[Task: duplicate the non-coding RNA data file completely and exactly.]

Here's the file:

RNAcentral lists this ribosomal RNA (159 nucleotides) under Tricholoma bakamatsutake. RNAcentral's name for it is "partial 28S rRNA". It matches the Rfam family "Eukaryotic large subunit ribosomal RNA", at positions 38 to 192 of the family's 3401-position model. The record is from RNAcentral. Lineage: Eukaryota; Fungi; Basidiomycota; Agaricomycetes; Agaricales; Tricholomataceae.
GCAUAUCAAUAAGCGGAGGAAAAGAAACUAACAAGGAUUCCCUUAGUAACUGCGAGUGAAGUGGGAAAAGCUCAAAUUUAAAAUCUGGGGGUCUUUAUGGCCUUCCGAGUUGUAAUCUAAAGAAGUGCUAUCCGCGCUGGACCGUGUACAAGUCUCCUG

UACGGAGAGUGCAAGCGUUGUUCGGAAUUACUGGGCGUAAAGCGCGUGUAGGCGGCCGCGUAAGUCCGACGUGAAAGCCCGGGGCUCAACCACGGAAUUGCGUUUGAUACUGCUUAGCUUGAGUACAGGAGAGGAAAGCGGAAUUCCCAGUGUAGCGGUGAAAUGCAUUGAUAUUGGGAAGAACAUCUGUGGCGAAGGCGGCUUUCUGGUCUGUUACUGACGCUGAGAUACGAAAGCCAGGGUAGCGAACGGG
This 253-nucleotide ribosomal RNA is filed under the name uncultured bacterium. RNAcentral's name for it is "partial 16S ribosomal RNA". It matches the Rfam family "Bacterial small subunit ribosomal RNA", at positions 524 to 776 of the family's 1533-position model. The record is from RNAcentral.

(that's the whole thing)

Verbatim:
RNAcentral lists this ribosomal RNA (159 nucleotides) under Tricholoma bakamatsutake. RNAcentral's name for it is "partial 28S rRNA". It matches the Rfam family "Eukaryotic large subunit ribosomal RNA", at positions 38 to 192 of the family's 3401-position model. The record is from RNAcentral. Lineage: Eukaryota; Fungi; Basidiomycota; Agaricomycetes; Agaricales; Tricholomataceae.
GCAUAUCAAUAAGCGGAGGAAAAGAAACUAACAAGGAUUCCCUUAGUAACUGCGAGUGAAGUGGGAAAAGCUCAAAUUUAAAAUCUGGGGGUCUUUAUGGCCUUCCGAGUUGUAAUCUAAAGAAGUGCUAUCCGCGCUGGACCGUGUACAAGUCUCCUG

UACGGAGAGUGCAAGCGUUGUUCGGAAUUACUGGGCGUAAAGCGCGUGUAGGCGGCCGCGUAAGUCCGACGUGAAAGCCCGGGGCUCAACCACGGAAUUGCGUUUGAUACUGCUUAGCUUGAGUACAGGAGAGGAAAGCGGAAUUCCCAGUGUAGCGGUGAAAUGCAUUGAUAUUGGGAAGAACAUCUGUGGCGAAGGCGGCUUUCUGGUCUGUUACUGACGCUGAGAUACGAAAGCCAGGGUAGCGAACGGG
This 253-nucleotide ribosomal RNA is filed under the name uncultured bacterium. RNAcentral's name for it is "partial 16S ribosomal RNA". It matches the Rfam family "Bacterial small subunit ribosomal RNA", at positions 524 to 776 of the family's 1533-position model. The record is from RNAcentral.